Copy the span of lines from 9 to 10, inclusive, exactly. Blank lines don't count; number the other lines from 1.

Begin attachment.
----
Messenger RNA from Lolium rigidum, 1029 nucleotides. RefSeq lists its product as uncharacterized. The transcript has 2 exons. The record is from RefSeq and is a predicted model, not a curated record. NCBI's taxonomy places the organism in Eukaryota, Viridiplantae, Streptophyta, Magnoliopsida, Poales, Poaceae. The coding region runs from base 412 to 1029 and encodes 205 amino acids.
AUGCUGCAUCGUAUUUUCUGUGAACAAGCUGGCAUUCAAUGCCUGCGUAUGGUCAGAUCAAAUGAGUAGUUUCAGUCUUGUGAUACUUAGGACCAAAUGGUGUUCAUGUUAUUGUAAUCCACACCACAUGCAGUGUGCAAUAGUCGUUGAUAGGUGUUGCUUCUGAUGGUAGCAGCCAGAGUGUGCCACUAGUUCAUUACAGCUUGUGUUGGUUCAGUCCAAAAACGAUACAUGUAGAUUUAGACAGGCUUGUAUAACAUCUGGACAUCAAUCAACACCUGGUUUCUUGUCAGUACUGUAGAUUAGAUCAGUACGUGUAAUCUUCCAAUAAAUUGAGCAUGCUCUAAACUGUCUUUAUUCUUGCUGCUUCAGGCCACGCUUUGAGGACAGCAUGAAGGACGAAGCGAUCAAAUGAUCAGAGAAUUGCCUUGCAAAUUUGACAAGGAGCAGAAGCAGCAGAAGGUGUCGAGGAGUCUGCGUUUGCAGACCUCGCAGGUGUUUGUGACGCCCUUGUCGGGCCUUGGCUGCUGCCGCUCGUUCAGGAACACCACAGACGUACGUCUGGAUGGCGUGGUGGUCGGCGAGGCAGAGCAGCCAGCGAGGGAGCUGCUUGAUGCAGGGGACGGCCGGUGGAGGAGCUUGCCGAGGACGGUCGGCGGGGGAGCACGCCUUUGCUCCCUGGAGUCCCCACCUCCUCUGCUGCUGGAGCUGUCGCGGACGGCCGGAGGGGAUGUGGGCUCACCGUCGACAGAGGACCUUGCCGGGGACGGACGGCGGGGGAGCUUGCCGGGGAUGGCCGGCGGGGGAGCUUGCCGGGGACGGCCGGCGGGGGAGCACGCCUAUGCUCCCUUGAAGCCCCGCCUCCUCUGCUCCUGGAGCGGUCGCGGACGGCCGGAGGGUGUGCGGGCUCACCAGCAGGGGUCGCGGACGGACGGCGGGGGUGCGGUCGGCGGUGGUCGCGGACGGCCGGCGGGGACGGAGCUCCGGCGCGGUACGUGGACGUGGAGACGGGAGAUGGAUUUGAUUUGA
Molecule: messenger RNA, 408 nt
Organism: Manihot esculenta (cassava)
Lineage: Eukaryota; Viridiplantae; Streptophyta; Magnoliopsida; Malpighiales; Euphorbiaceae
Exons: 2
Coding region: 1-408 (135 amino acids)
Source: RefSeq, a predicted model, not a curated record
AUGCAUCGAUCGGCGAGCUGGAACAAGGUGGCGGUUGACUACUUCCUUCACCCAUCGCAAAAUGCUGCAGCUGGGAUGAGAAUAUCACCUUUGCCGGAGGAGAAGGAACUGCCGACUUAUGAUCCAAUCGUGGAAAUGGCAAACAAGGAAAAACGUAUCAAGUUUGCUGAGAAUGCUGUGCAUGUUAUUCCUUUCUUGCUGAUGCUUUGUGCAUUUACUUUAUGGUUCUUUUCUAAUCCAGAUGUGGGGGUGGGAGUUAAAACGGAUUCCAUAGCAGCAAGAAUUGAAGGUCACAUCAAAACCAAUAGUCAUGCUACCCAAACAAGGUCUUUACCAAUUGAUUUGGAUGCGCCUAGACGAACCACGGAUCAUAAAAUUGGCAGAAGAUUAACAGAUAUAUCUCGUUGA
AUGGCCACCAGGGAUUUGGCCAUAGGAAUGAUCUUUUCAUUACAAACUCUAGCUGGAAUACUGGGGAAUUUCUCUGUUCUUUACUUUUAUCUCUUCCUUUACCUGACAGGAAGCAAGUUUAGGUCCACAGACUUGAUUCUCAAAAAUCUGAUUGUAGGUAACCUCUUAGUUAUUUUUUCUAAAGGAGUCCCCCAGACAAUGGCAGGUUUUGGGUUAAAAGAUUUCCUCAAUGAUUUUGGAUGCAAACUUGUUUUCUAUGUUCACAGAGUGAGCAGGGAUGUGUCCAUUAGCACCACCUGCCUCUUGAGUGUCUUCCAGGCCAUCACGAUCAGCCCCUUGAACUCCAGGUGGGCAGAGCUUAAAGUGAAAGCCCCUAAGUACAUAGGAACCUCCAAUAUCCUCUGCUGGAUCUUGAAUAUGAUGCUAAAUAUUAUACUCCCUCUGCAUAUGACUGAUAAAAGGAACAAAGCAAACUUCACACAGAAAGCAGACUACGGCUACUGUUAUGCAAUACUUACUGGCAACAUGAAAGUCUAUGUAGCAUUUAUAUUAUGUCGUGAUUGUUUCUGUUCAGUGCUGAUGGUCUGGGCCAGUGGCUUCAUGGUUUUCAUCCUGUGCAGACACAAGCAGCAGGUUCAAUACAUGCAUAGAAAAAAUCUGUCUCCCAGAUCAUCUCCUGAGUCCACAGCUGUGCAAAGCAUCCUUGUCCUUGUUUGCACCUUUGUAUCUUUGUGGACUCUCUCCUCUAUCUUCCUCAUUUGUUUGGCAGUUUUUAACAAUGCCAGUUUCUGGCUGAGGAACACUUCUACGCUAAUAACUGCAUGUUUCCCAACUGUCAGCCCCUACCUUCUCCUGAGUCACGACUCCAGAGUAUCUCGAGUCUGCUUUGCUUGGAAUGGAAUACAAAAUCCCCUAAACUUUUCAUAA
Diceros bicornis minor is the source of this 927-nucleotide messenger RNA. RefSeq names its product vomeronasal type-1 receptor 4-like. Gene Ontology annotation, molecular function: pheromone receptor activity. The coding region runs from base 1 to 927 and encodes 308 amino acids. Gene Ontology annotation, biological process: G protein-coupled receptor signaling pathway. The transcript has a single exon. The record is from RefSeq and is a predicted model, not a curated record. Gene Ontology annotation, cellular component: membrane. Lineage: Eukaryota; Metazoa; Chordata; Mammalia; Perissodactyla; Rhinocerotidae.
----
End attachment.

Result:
AUGCAUCGAUCGGCGAGCUGGAACAAGGUGGCGGUUGACUACUUCCUUCACCCAUCGCAAAAUGCUGCAGCUGGGAUGAGAAUAUCACCUUUGCCGGAGGAGAAGGAACUGCCGACUUAUGAUCCAAUCGUGGAAAUGGCAAACAAGGAAAAACGUAUCAAGUUUGCUGAGAAUGCUGUGCAUGUUAUUCCUUUCUUGCUGAUGCUUUGUGCAUUUACUUUAUGGUUCUUUUCUAAUCCAGAUGUGGGGGUGGGAGUUAAAACGGAUUCCAUAGCAGCAAGAAUUGAAGGUCACAUCAAAACCAAUAGUCAUGCUACCCAAACAAGGUCUUUACCAAUUGAUUUGGAUGCGCCUAGACGAACCACGGAUCAUAAAAUUGGCAGAAGAUUAACAGAUAUAUCUCGUUGA
AUGGCCACCAGGGAUUUGGCCAUAGGAAUGAUCUUUUCAUUACAAACUCUAGCUGGAAUACUGGGGAAUUUCUCUGUUCUUUACUUUUAUCUCUUCCUUUACCUGACAGGAAGCAAGUUUAGGUCCACAGACUUGAUUCUCAAAAAUCUGAUUGUAGGUAACCUCUUAGUUAUUUUUUCUAAAGGAGUCCCCCAGACAAUGGCAGGUUUUGGGUUAAAAGAUUUCCUCAAUGAUUUUGGAUGCAAACUUGUUUUCUAUGUUCACAGAGUGAGCAGGGAUGUGUCCAUUAGCACCACCUGCCUCUUGAGUGUCUUCCAGGCCAUCACGAUCAGCCCCUUGAACUCCAGGUGGGCAGAGCUUAAAGUGAAAGCCCCUAAGUACAUAGGAACCUCCAAUAUCCUCUGCUGGAUCUUGAAUAUGAUGCUAAAUAUUAUACUCCCUCUGCAUAUGACUGAUAAAAGGAACAAAGCAAACUUCACACAGAAAGCAGACUACGGCUACUGUUAUGCAAUACUUACUGGCAACAUGAAAGUCUAUGUAGCAUUUAUAUUAUGUCGUGAUUGUUUCUGUUCAGUGCUGAUGGUCUGGGCCAGUGGCUUCAUGGUUUUCAUCCUGUGCAGACACAAGCAGCAGGUUCAAUACAUGCAUAGAAAAAAUCUGUCUCCCAGAUCAUCUCCUGAGUCCACAGCUGUGCAAAGCAUCCUUGUCCUUGUUUGCACCUUUGUAUCUUUGUGGACUCUCUCCUCUAUCUUCCUCAUUUGUUUGGCAGUUUUUAACAAUGCCAGUUUCUGGCUGAGGAACACUUCUACGCUAAUAACUGCAUGUUUCCCAACUGUCAGCCCCUACCUUCUCCUGAGUCACGACUCCAGAGUAUCUCGAGUCUGCUUUGCUUGGAAUGGAAUACAAAAUCCCCUAAACUUUUCAUAA